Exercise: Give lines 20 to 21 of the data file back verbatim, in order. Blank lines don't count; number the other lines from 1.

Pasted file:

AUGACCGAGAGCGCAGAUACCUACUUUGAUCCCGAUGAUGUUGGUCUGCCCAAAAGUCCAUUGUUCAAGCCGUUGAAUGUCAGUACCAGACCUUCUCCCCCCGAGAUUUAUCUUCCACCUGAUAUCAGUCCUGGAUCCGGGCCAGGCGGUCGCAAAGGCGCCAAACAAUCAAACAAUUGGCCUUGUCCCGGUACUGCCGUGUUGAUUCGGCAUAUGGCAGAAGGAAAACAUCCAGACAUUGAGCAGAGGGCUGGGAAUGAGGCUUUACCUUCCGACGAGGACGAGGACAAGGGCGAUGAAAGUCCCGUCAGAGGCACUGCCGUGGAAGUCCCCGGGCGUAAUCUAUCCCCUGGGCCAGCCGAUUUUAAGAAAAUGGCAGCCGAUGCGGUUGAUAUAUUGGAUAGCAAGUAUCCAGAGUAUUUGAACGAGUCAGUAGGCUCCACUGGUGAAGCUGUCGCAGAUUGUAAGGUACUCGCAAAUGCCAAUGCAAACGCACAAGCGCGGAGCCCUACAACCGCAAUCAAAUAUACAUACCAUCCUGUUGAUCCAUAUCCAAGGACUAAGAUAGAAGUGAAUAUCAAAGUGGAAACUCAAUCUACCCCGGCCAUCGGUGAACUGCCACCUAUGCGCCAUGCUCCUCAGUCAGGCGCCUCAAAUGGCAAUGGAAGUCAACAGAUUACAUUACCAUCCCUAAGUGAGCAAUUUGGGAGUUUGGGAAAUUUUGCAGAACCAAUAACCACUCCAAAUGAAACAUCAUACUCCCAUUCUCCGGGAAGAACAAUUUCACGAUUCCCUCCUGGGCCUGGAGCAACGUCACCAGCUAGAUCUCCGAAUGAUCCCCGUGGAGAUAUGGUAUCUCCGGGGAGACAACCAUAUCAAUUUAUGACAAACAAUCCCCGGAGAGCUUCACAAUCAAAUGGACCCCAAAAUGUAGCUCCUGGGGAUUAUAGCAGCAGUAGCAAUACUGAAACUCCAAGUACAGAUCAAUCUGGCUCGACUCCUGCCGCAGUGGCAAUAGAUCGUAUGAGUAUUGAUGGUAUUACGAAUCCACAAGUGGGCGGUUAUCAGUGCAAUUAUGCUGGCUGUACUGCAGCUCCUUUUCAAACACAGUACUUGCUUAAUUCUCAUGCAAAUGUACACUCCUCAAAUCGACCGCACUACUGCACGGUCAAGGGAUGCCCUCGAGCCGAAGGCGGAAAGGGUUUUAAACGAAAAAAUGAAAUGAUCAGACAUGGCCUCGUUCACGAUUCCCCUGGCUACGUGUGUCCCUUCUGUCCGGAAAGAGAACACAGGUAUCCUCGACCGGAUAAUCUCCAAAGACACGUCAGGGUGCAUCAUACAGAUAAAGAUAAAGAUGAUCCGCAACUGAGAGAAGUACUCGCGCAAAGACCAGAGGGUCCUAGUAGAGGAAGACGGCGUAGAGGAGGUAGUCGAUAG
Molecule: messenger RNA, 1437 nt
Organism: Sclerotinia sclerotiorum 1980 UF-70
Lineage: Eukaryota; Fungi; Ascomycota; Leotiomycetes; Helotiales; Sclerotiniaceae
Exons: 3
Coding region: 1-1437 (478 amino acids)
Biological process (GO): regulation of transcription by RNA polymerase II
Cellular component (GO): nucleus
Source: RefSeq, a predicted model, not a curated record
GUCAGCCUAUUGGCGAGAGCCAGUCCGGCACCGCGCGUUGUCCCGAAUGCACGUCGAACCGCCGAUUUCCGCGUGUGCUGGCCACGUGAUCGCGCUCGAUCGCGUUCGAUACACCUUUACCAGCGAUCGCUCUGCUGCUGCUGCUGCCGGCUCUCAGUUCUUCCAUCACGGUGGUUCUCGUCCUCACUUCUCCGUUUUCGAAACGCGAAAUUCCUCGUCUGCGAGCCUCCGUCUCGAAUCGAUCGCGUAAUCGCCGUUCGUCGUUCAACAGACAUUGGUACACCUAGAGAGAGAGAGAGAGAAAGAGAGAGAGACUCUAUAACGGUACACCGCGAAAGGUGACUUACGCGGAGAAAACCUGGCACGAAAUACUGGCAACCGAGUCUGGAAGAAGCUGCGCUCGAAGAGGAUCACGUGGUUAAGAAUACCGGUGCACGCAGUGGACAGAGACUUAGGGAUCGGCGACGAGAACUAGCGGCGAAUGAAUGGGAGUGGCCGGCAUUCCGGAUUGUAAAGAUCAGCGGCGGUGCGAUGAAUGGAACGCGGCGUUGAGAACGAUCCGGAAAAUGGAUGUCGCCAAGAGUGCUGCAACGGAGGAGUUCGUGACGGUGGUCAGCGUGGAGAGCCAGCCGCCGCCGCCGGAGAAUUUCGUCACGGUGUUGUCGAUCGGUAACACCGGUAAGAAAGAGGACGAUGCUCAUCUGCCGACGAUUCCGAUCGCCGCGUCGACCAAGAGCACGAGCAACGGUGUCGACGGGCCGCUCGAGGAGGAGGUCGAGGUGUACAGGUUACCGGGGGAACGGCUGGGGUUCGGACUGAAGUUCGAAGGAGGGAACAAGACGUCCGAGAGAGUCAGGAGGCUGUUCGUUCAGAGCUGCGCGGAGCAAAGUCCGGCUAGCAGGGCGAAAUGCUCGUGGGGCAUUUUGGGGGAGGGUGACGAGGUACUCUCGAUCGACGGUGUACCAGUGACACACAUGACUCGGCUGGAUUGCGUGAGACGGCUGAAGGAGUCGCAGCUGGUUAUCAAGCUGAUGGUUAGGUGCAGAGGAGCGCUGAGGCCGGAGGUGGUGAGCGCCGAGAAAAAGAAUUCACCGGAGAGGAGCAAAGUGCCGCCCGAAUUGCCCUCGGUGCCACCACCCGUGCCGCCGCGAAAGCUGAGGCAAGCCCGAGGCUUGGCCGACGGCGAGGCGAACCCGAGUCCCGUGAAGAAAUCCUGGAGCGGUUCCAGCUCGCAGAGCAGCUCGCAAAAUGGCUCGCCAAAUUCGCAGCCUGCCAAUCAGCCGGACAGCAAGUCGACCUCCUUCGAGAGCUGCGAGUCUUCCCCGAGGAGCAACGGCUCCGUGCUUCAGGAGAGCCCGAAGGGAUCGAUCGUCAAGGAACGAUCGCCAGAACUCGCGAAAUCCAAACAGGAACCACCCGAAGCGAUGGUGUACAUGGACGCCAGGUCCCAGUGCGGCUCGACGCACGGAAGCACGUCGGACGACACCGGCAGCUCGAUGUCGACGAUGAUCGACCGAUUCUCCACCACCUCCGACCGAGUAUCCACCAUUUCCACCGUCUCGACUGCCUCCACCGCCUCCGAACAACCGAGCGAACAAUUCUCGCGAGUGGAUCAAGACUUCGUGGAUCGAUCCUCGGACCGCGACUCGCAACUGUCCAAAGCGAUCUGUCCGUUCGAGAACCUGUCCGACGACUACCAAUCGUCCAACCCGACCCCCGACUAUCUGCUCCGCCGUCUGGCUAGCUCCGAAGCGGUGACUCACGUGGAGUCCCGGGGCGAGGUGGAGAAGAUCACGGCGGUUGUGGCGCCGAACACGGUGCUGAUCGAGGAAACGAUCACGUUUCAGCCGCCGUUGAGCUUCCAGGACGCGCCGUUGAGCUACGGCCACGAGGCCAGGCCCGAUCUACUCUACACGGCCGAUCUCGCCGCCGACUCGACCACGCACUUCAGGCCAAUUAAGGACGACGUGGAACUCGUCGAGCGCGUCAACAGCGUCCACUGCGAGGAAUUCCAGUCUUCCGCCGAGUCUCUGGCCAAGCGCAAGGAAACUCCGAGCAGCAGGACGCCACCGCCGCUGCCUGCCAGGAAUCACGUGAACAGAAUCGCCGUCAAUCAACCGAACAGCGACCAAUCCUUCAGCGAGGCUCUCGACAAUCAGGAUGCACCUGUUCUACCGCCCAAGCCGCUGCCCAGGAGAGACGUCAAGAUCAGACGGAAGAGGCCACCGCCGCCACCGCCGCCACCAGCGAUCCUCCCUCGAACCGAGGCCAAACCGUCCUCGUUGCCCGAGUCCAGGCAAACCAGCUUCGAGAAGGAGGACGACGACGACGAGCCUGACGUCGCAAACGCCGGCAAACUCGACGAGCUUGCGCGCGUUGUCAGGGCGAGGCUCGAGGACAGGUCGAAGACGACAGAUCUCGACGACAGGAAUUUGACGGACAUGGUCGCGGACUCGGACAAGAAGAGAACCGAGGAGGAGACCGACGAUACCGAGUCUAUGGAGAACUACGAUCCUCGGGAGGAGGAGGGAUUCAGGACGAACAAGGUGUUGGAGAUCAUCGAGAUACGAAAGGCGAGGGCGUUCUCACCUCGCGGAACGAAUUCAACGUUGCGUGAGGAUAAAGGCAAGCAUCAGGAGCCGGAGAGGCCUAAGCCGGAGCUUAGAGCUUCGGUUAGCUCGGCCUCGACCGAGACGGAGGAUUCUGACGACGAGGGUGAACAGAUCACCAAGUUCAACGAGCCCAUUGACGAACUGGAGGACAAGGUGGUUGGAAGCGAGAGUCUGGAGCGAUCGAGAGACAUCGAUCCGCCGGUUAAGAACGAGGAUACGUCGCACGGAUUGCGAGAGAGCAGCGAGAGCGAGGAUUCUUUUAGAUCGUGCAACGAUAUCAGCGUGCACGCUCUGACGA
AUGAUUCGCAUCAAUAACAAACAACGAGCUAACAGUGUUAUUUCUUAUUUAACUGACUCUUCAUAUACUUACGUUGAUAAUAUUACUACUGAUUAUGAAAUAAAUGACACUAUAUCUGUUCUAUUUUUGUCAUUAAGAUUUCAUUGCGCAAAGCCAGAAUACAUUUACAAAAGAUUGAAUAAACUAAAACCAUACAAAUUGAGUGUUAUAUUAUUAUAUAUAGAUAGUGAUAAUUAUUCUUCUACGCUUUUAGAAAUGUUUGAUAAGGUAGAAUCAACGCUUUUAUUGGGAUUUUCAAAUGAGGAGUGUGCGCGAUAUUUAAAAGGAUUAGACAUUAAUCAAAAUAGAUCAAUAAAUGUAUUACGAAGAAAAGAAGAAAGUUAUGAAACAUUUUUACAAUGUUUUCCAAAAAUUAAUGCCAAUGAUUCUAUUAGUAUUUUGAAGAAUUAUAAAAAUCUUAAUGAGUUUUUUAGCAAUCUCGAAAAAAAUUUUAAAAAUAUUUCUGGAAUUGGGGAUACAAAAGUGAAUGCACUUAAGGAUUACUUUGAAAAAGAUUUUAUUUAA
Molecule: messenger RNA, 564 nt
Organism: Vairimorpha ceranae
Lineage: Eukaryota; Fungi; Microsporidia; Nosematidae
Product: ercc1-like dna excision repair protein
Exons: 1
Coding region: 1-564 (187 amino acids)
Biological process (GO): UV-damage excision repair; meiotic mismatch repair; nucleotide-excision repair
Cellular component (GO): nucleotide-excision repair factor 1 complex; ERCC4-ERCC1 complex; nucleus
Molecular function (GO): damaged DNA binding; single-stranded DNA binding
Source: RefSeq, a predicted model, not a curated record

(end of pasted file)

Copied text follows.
Molecular function (GO): damaged DNA binding; single-stranded DNA binding
Source: RefSeq, a predicted model, not a curated record